Wednesday, October 23, 2013

Extending Clayton Kershaw should be Dodgers' No. 1 priority this winter

This is a few days late, but wow. Never in my wildest dream did I think Clayton Kershaw would lay an egg like he did on Friday in Game 6 of the National League Championship Series.

And yet, he's still the best pitcher in baseball and is worth every penny the Dodgers are about to pay him.

No, I don't think Buster Olney's report of $300 million is legit, because Kershaw would have signed it already (he'd be foolish not to). Instead, I'm in line with Mike Petriello's thinking that it's going to be somewhere the neighborhood of eight years and $220 million.

He'd be the highest-paid pitcher in baseball history and one of the highest-paid players, period.

What makes a deal like this more than paletable is the fact Kershaw just finished his age-25 season, and he did so in great fashion (NLCS Game 6 notwithstanding). He's the first pitcher to finish a season with a sub-2 ERA since Pedro Martinez in 2000 (1.74) and first in the National League since Greg Maddux in 1995 (1.63). He's a true ace when there are fewer and fewer true aces these days.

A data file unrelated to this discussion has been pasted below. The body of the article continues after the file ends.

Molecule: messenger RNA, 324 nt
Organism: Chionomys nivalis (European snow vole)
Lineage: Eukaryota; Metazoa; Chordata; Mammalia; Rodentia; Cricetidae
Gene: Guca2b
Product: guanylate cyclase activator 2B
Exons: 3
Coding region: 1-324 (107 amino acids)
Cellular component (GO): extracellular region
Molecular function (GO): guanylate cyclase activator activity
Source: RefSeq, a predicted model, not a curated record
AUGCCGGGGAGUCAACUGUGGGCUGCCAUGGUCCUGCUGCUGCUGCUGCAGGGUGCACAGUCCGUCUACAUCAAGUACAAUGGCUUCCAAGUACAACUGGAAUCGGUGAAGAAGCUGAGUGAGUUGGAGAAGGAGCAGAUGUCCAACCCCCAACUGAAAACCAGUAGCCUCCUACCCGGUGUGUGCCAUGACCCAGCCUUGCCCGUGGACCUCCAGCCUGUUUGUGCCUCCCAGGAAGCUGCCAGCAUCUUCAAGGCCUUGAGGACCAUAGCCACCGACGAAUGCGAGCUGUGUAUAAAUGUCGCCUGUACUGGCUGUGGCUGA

Kershaw should be (and probably is) the Dodgers' No. 1 priority heading into the offseason. Getting him locked up and happy is vital for the team's future success.

Why did Kershaw perform so poorly in Game 6? It could have been fatigue -- he threw a career-high 236 innings in 2013. Add an additional 23 in the postseason, and he's at nearly 260 innings. That's a lot for any player these days, let alone a 25-year-old.

In no way am I blaming the Dodgers. I'd give the ball to Kershaw as many times as humanly possible. I'm just trying to figure out why he was so bad when the Dodgers needed him most.

He wasn't locating his pitches well. He threw a ton of hanging breaking balls -- pitches that had been so good in his first three playoff outings.

But, that happens sometimes. It's baseball. The Cardinals are a good team, but the Dodger pitching neutralized them for five consecutive games -- the bats just didn't show up. With Hanley Ramirez hurting, it was going to be hard to win the NLCS, let alone the World Series in 2013.

The Dodgers have already made their first offseason move, signing 26-year-old Cuban Alexander Guerrero on Monday to be their second baseman. It won't be the last transaction the Dodgers make this winter. But I'm hoping their next is locking up Kershaw for nearly the next decade.

Photo credit: SD Dirk, Flickr

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